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More Vitamin D for Kids

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The American Academy of Pediatrics (AAP) announced today that they are recommending an increase in the amount of Vitamin D for all children.

Vitamin D is an important nutrient that works together with calcium in the formation of strong bones. Rickets is a disease that is characterized by "soft bones" and was more common in children before milk was fortified with Vitamin D. Recent research has linked Vitamin D deficiency to increased risk of numerous other diseases such as high blood pressure, multiple sclerosis, heart disease and cancer.

Vitamin D is available through exposure to sunlight, but since we limit sunlight exposure with sunscreen and our kids don't spend as much time outdoors, we are seeing a generation of children who are Vitamin D deficient. This pictures shows kids in the 1930s getting strong light to treat their Vitamin D deficiency.

The previous recommendation was 200 IU, but the AAP has doubled the number to 400 IU for all children from birth through adolescence.

AAP recommendations:
  1. If infant is breastfed, the child should receive a 400 IU supplement of Vitamin D because breastmilk does not contain enough Vitamin D. The supplement should begin in the first few days of life.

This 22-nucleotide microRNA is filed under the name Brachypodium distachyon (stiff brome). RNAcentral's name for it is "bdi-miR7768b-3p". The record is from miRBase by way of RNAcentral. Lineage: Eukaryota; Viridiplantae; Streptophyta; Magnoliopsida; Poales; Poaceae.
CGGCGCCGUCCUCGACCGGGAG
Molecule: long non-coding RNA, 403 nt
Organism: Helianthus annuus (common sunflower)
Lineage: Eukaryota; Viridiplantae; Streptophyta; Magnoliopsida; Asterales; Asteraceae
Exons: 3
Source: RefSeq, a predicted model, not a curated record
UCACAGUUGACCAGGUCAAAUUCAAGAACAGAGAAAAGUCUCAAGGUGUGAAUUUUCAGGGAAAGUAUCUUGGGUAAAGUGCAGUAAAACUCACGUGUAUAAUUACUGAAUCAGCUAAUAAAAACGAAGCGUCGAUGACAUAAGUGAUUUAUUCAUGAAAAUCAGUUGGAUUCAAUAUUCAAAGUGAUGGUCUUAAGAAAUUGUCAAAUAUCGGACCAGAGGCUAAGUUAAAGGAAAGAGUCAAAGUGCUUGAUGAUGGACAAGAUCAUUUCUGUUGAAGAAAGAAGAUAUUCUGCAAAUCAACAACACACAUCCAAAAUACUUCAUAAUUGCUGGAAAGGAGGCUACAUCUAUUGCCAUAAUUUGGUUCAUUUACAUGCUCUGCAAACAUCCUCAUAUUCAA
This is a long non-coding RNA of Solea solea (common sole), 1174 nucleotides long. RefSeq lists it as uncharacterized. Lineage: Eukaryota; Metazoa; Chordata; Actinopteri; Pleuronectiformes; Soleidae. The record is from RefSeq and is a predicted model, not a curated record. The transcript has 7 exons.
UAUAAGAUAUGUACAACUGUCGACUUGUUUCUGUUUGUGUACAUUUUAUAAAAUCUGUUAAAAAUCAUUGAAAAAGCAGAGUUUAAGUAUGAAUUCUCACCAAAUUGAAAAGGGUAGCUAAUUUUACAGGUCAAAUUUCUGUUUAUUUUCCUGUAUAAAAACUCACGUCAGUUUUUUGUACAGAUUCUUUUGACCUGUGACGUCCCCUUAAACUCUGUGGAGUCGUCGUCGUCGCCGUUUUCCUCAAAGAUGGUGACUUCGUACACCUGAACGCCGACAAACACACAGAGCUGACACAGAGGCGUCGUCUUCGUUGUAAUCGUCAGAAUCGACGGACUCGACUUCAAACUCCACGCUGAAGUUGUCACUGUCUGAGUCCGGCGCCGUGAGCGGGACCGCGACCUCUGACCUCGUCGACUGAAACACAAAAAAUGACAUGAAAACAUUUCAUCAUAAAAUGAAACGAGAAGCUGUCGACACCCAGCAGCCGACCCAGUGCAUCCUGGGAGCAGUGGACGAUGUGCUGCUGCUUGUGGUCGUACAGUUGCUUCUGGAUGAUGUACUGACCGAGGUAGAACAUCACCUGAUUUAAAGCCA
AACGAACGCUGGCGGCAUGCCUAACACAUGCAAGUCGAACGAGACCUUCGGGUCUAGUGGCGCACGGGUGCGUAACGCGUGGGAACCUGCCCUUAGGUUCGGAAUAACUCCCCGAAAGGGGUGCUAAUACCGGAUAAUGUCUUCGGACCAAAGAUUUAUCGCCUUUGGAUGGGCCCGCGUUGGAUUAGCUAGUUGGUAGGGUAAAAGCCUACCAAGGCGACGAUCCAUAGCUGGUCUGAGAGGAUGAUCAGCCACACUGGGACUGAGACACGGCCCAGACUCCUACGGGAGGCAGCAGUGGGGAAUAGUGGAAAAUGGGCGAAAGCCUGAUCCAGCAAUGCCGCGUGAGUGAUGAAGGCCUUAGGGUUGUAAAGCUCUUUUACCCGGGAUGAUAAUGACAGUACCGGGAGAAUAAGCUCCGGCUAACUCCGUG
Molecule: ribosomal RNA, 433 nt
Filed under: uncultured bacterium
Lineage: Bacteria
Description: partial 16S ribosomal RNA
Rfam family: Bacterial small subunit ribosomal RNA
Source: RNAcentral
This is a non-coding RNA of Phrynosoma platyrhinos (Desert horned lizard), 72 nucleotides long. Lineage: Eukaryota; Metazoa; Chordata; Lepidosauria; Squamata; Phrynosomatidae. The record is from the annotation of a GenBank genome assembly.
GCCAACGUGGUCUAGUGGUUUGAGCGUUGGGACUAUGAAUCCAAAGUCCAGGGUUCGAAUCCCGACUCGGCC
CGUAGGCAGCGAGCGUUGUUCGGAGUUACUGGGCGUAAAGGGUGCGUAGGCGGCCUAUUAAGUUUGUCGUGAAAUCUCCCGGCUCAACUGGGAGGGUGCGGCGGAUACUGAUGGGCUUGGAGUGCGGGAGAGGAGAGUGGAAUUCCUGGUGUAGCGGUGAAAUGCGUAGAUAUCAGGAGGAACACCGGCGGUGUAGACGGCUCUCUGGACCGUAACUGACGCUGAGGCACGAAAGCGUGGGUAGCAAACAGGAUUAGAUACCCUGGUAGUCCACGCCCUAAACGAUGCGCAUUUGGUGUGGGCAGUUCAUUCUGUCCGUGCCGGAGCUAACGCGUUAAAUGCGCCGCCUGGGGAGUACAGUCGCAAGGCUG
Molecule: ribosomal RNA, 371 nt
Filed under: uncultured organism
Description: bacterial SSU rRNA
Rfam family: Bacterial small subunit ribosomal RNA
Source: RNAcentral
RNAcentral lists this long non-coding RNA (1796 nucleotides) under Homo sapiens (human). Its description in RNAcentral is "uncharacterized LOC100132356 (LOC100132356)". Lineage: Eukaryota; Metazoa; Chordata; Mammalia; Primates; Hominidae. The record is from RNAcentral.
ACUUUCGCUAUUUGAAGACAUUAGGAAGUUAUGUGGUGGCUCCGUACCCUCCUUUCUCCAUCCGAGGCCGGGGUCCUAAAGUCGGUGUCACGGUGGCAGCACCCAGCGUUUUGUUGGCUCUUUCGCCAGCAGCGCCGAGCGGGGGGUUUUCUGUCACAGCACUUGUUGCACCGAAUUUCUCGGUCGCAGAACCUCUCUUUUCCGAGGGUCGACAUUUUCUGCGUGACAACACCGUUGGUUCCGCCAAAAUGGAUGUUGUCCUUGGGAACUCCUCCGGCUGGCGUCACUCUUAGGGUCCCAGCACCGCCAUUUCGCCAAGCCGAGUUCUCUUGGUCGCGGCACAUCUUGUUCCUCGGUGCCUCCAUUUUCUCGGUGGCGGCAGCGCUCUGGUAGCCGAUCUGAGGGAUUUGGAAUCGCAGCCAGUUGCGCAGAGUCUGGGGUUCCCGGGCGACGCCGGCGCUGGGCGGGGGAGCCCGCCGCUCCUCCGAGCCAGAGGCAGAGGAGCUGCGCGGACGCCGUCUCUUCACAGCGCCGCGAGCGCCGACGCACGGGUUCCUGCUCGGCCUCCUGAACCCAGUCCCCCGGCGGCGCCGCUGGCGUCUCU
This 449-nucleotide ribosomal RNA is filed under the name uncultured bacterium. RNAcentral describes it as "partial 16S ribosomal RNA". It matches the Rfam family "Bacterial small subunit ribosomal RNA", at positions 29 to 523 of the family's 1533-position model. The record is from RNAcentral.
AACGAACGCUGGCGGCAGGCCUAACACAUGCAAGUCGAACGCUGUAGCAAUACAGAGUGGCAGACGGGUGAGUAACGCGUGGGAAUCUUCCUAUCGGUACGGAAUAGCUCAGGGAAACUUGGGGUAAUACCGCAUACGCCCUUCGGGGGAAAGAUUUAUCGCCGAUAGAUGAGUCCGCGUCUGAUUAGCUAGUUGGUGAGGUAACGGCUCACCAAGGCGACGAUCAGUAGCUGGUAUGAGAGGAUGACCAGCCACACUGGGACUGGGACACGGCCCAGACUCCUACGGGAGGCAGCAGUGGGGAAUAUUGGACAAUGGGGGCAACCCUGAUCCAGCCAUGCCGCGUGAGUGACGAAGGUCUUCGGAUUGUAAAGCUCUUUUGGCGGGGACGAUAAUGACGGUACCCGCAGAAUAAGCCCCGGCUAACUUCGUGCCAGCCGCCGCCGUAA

2. If infant is formula fed and taking in at least one liter (1000 ml) per day, then that child is getting enough Vitamin D. All infant formula in the US is fortified in Vitamin D.
  3. Children and adolescents who do not obtain 400 IU of Vitamin D though Vitamin D-fortified milk or Vitamin D-fortified foods should receive a Vitamin D supplement of 400 IU.
Food sources
  • Each 8 oz glass of Vitamin D-fortified milk contains 100 IU. You need 4 glasses per day if you are just getting it from milk.
  • 3 ounces of salmon contains 200 IU or more
  • Egg yolks contain 20 IU
  • A serving of fortified cereal contains 20-40 IU (read labels)
  • Certain yogurts, cheese, and cereal bars may contain some Vitamin D. Read labels carefully.
If your child needs a supplement, look for a liquid vitamin for infants and a chewable children's vitamin for older children who are able to chew.

Photo courtesy of telegraph.co.uk
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About the Author


MS, RD, CSSD, LD/N

Tara Gidus is a nationally recognized expert and spokesperson on nutrition and fitness.

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